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CSI 729:
Computational Continuum Mechanics (Topics in Continuum Systems)

General Information


Fernando E. Camelli
Phone: 703-993-4073


  • Fluency with at least one of the following computer languages: FORTRAN, FORTRAN90, C, or C++ (CSI 603, 604 or equivalent)
  • Fluency with the Unix operating system (CSI 601,602 or equivalent).
  • Numerical Methods (CSI 700 or equivalent).
  • Computational Fluid Dynamics (CSI 721 and CSI 722).
  • OR Permission of Instructor.


The course will present a brief deduction of the partial differential equations (PDEs) that govern continuum mechanics: These are the conservation laws of mass, momentum and energy. The introduction will give a unified frame of reference to solve any kind of continuum mechanics problem (solid, fluid, thermal, transport, etc). The concepts of Lagrangian and Eulerian frame of references, and of material and spatial time derivatives will also be clarified. The numerical solution of the different PDEs via Finite Elements (FE), Finite Differences (FD) and/or Finite Volumes (FV) will be explained. The three main numerical problems (instabilities) that are commonly encountered will be outlined.

The first instability (spurious oscillations) is due to the incompressibility constraint, which appears in problems of incompressible solid mechanics, incompressible fluid mechanics (Stokes problem), plate or shell problems, plasticity, etc.

The second is due to the presence of convective terms, and appears for heat transfer problems, flows at high speeds (Navier Stokes problem), problems of transport of species, free-surface problems, etc.

The last one is due to the presence of high reactive terms. These are found for problems of transport of species with reactive terms, turbulence problems, flows in a rotating frame of reference, etc.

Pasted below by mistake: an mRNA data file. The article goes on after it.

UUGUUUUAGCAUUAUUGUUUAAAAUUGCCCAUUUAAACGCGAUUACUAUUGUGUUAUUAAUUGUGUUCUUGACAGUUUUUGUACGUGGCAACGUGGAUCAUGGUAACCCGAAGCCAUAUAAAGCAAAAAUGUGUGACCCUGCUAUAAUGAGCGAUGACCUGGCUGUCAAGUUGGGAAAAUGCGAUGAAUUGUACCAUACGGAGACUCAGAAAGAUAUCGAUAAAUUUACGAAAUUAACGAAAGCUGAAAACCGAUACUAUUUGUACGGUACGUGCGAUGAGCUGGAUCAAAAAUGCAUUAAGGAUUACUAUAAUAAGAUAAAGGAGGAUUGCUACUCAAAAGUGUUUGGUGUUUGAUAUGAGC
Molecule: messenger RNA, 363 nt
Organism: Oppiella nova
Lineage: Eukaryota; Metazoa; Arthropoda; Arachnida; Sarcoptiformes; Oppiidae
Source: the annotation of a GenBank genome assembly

Among the methods used to treat such an instabilities, the following will be presented: Div-stable elements, Galerkin Least Square type methods (GLS), Orthogonal Subgrid Stabilization (OSS), fractional steps (FS), Streamline Upwind (SD), Characteristic Galerking, Taylor Galerkin, Shock capturing techniques, and Riemann and FCT solvers with limitors. Most of the methods will be treated in detail (convergence and stability analisys will be presented), and the main equivalences and differences among them will be outlined (Riemann, FCT solvers, and FS methods will be briefly mentioned. A more detailed treatment of them can be found in the courses CFD I and II).

A unified methodology to implement in a computer code the different methods using finite elements of any order and numerical integration in any spatial dimension (1D, 2D or 3D) will be given (chunks of pseudo-code will be presented and explained).

Finally, if time allows, the treatment of non-linear terms using fixed point methods (Picard), and Newton type methods (Newton-Raphson, quasi-Newton) will be presented. Such non-linearities may be due to non-linear material properties, non-linear convective terms (Navier-Stokes problems), geometric non-linearities (problems with high deformations and/or high displacements), etc. Some concepts for an efficient implementation using low order elements, edge based data structures and iterative solvers with sparse matrix storage will also be introduced.


  • Malvern L.E.Introduction to the Mechanics of Continuum Medium. Prentice Hall

  • Johnson C.Numerical Solution of Partial Differential Equations.Cambridge University Press.

Honor Code

As in any class, you are allowed to study with other students. However, tests and homework assignments (unless otherwise specified) must be completed on your own. SPECIFICALLY - YOU MAY NOT COPY ANY TEXT OR MATERIAL AND REPRESENT IT AS YOUR OWN WORK. For both papers and for code, you may reference or link to other peoples work (if it is consistent with the assignment), but you MUST cite the source it came from. Failure to follow these guidelines will be considered a violation of GMU's academic honor code and will be treated as such.